NJ beach smoking ban: $250 fine for lighting up now in Murphy's hands
A bill making its way through the New Jersey state Senate would ban smoking on all public beaches.
For those tired of cigarette butts lodged beneath their beach towels and dotting the shoreline of the Jersey Shore, you're in luck.
New Jersey beachgoers might enjoy smoke-free beach trips next summer thanks to the Legislature approving a bill Thursday banning smoking at public beaches and parks. It now goes to Gov. Phil Murphy, who must approve it to become law.
The bill would extend the state’s Smoke-Free Air Act to ban smoking from beaches and parks along with the already mandated indoor public places and workplaces. Watch the video above for more about the proposed law.
Attached to the bill is a $250 fine for the first offense and a $500 fine for the second. Each offense after that would bring a $1,000 fine.
Sue Hayes of Ridgewood said the impact of the ban on the environment is the main reason for her support of the bill.
“I’m 100 percent for it,” Hayes said from the beach in Asbury Park. “(The cigarettes) are detrimental to our environment. People throw cigarettes on the ground and don’t pick up after themselves. It’s bad for the birds, the fish, everything.”
Megan Mosakowski of Jackson, also on the Asbury Park beach, echoed Hayes’ opinions and says cleaner beaches would contribute to a better beach experience.
“Coming to the beach and seeing cigarettes all over the place is annoying, so getting it banned and having cleaner beaches and not being around the pollution would be nice,” she said.
The ban would also apply to any state park or forest, county or municipal park or beach. The measure provides for smoking areas in parking lots adjacent to those places, not exceeding 15 percent of the total area.
It's not the first time the Legislature has passed a statewide band on smoking at public beaches. Former Gov. Chris Christie vetoed a previous effort, saying the decision should be left to individual towns.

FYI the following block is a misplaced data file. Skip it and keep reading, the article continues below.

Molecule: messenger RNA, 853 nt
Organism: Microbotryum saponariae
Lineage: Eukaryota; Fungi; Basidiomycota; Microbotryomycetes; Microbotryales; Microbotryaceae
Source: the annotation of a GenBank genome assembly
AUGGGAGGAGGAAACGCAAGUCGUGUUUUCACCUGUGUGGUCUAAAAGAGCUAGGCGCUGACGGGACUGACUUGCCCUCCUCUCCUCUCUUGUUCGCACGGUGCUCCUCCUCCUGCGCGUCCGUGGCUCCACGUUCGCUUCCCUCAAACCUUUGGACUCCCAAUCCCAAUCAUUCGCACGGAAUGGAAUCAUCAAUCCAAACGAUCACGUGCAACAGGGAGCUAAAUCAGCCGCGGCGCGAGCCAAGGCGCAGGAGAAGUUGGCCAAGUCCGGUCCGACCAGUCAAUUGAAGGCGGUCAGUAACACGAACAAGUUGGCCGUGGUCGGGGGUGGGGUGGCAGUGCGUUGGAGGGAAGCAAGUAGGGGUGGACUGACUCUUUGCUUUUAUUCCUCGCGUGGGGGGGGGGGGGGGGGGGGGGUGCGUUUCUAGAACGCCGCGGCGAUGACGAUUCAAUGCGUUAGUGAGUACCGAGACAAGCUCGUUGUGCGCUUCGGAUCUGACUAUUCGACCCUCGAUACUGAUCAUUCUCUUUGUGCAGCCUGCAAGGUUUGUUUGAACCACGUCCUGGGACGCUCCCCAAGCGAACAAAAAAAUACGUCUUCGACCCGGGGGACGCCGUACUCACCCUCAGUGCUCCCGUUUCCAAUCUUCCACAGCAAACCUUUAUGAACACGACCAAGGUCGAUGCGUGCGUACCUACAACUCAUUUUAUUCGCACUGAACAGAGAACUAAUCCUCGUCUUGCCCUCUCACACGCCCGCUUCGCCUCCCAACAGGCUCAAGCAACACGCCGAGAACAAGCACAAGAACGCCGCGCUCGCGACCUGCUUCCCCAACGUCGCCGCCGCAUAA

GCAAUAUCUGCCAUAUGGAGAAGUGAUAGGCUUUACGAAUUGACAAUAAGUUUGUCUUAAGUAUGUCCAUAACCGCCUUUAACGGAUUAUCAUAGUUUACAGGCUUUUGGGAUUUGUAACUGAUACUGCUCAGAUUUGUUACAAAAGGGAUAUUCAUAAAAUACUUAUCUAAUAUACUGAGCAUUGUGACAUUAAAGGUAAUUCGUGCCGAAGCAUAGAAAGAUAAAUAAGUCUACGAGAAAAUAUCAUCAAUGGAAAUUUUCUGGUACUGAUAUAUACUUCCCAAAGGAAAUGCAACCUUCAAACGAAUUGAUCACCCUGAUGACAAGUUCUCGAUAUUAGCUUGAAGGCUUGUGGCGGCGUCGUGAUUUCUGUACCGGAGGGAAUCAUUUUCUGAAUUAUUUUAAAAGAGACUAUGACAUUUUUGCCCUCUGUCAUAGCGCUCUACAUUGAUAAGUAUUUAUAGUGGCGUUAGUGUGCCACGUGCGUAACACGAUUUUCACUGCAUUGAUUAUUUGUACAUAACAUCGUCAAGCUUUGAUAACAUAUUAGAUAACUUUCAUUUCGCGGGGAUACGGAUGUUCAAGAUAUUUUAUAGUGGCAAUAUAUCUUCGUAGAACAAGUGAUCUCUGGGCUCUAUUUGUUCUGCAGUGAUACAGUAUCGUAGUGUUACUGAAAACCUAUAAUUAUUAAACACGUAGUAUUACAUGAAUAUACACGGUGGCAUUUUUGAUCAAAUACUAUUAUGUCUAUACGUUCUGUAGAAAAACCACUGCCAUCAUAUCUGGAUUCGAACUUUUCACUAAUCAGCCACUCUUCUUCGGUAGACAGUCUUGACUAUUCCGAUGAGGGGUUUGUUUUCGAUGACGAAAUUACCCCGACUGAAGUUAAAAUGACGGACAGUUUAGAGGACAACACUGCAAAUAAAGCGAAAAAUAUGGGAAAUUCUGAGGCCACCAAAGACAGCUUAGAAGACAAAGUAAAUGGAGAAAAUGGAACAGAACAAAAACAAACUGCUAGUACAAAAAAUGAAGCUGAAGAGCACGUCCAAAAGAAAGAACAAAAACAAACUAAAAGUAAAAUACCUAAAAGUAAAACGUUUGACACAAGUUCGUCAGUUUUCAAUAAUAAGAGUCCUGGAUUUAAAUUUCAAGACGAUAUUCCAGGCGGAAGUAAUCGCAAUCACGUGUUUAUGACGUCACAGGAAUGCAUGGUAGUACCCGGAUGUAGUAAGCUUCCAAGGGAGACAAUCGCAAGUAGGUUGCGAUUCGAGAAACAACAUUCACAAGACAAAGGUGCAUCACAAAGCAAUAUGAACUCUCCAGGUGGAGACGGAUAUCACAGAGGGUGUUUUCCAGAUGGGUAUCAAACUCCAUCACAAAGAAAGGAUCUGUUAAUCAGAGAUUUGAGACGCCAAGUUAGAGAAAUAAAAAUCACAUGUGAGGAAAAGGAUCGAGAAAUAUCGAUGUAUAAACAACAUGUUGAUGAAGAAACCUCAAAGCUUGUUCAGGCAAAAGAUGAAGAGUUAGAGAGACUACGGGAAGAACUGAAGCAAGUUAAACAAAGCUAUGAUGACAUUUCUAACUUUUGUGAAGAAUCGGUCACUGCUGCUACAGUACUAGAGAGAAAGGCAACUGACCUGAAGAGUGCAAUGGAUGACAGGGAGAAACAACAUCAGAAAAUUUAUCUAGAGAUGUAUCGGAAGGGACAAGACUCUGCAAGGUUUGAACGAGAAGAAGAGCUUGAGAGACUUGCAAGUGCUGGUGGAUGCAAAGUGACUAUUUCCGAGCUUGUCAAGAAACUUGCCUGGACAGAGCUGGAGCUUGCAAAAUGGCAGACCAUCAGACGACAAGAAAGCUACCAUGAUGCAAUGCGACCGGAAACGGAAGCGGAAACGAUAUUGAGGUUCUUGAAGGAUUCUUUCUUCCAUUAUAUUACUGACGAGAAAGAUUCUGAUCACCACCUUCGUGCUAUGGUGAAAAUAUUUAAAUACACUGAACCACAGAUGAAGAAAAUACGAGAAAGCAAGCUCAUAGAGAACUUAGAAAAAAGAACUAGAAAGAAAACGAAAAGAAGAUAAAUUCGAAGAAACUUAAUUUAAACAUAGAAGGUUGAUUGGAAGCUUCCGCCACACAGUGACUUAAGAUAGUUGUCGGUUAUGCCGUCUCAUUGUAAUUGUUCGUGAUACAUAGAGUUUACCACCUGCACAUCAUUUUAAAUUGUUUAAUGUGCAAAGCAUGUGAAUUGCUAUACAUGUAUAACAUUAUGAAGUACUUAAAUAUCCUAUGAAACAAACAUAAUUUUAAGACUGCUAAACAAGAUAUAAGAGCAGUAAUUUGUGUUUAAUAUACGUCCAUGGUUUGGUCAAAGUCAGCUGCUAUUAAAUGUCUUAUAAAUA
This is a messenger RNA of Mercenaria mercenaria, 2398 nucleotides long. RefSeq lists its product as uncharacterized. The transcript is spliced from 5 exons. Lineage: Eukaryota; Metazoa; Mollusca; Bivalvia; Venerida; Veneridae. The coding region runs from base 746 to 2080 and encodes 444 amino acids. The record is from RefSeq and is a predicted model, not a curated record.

Nineteen New Jersey beaches already have a ban in place, including Belmar, which, according to longtime resident and beach badge-checker Ken Teahl, moved designated smoking areas from the waterfront to the edge of the boardwalk.
“They used to put chains up, and you would smoke inside that area. They did away with that four or five years ago,” he said. “I think (the bill) is a good thing because of the nonsmokers. Why should they have to inhale something they don’t like or do in the first place? It’s bad for their health.”
Dana Blowstein of Jackson, an avid smoker and beachgoer, said she practiced conscientious smoking for years, before any bans were put in place. She said she hopes the bill encourages others to do the same.
“I don’t like to smoke on the beach because I don’t like putting my cigarette butts in the sand,” Blowstein said from the Belmar beach. “When I was able to smoke at the beach, I would put them out, save them and throw them away. I want my beach to be clean and pristine.”
Not everyone is supportive of the bill though, with many pointing out that the smoking ban adds to the large list of things the government no longer permits.
“I think it’s pretty outlandish because its legal in other states,” said Asbury Park resident Nafi Tov. “It’s turning a right into a privilege.”
“It’s just another thing you can’t do,” added Joe Romano of Allenhurst. “It’s negative. It’s Big Brother looking at you and telling you what you can and can’t do.”
If signed by Murphy, the bill will go into effect six months after its signed, giving smokers one more summer to enjoy smoking on their favorite beaches.